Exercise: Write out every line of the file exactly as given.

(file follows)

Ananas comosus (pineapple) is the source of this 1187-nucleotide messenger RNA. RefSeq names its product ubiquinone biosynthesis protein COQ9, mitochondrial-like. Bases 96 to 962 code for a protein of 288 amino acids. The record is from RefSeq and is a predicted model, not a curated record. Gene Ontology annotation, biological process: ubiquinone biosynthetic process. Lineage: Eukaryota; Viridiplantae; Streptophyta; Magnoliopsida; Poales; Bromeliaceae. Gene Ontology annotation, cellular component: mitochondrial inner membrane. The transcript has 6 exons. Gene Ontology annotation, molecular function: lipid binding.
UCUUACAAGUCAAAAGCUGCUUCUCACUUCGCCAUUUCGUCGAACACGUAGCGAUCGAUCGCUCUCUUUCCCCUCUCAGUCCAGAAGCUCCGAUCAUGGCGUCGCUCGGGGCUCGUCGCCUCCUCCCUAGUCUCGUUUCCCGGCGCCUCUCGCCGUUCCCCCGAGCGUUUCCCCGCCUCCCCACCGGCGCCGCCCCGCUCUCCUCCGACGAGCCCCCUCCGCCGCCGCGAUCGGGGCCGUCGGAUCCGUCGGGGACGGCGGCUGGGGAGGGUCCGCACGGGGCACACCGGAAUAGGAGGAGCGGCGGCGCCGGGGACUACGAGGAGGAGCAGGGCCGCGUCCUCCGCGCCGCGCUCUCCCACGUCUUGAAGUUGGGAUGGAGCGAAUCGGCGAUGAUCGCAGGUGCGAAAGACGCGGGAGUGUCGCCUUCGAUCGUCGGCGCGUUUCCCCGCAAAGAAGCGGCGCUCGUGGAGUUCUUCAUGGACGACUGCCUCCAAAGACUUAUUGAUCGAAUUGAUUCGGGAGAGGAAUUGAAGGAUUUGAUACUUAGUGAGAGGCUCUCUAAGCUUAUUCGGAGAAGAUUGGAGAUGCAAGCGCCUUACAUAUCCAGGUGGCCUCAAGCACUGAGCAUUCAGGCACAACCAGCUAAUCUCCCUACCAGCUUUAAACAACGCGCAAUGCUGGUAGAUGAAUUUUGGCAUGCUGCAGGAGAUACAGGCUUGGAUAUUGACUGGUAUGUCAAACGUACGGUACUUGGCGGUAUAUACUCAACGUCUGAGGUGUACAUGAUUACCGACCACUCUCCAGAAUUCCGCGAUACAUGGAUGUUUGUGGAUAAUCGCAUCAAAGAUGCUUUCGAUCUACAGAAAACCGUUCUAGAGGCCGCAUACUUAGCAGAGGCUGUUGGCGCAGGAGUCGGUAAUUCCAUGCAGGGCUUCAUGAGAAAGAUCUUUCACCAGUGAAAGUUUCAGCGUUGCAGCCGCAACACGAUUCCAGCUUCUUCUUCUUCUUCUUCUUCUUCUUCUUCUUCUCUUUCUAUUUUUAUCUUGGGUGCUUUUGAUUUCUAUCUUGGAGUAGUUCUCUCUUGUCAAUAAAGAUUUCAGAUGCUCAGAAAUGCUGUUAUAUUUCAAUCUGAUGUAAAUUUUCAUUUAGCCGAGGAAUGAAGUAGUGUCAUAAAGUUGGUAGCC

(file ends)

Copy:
Ananas comosus (pineapple) is the source of this 1187-nucleotide messenger RNA. RefSeq names its product ubiquinone biosynthesis protein COQ9, mitochondrial-like. Bases 96 to 962 code for a protein of 288 amino acids. The record is from RefSeq and is a predicted model, not a curated record. Gene Ontology annotation, biological process: ubiquinone biosynthetic process. Lineage: Eukaryota; Viridiplantae; Streptophyta; Magnoliopsida; Poales; Bromeliaceae. Gene Ontology annotation, cellular component: mitochondrial inner membrane. The transcript has 6 exons. Gene Ontology annotation, molecular function: lipid binding.
UCUUACAAGUCAAAAGCUGCUUCUCACUUCGCCAUUUCGUCGAACACGUAGCGAUCGAUCGCUCUCUUUCCCCUCUCAGUCCAGAAGCUCCGAUCAUGGCGUCGCUCGGGGCUCGUCGCCUCCUCCCUAGUCUCGUUUCCCGGCGCCUCUCGCCGUUCCCCCGAGCGUUUCCCCGCCUCCCCACCGGCGCCGCCCCGCUCUCCUCCGACGAGCCCCCUCCGCCGCCGCGAUCGGGGCCGUCGGAUCCGUCGGGGACGGCGGCUGGGGAGGGUCCGCACGGGGCACACCGGAAUAGGAGGAGCGGCGGCGCCGGGGACUACGAGGAGGAGCAGGGCCGCGUCCUCCGCGCCGCGCUCUCCCACGUCUUGAAGUUGGGAUGGAGCGAAUCGGCGAUGAUCGCAGGUGCGAAAGACGCGGGAGUGUCGCCUUCGAUCGUCGGCGCGUUUCCCCGCAAAGAAGCGGCGCUCGUGGAGUUCUUCAUGGACGACUGCCUCCAAAGACUUAUUGAUCGAAUUGAUUCGGGAGAGGAAUUGAAGGAUUUGAUACUUAGUGAGAGGCUCUCUAAGCUUAUUCGGAGAAGAUUGGAGAUGCAAGCGCCUUACAUAUCCAGGUGGCCUCAAGCACUGAGCAUUCAGGCACAACCAGCUAAUCUCCCUACCAGCUUUAAACAACGCGCAAUGCUGGUAGAUGAAUUUUGGCAUGCUGCAGGAGAUACAGGCUUGGAUAUUGACUGGUAUGUCAAACGUACGGUACUUGGCGGUAUAUACUCAACGUCUGAGGUGUACAUGAUUACCGACCACUCUCCAGAAUUCCGCGAUACAUGGAUGUUUGUGGAUAAUCGCAUCAAAGAUGCUUUCGAUCUACAGAAAACCGUUCUAGAGGCCGCAUACUUAGCAGAGGCUGUUGGCGCAGGAGUCGGUAAUUCCAUGCAGGGCUUCAUGAGAAAGAUCUUUCACCAGUGAAAGUUUCAGCGUUGCAGCCGCAACACGAUUCCAGCUUCUUCUUCUUCUUCUUCUUCUUCUUCUUCUUCUCUUUCUAUUUUUAUCUUGGGUGCUUUUGAUUUCUAUCUUGGAGUAGUUCUCUCUUGUCAAUAAAGAUUUCAGAUGCUCAGAAAUGCUGUUAUAUUUCAAUCUGAUGUAAAUUUUCAUUUAGCCGAGGAAUGAAGUAGUGUCAUAAAGUUGGUAGCC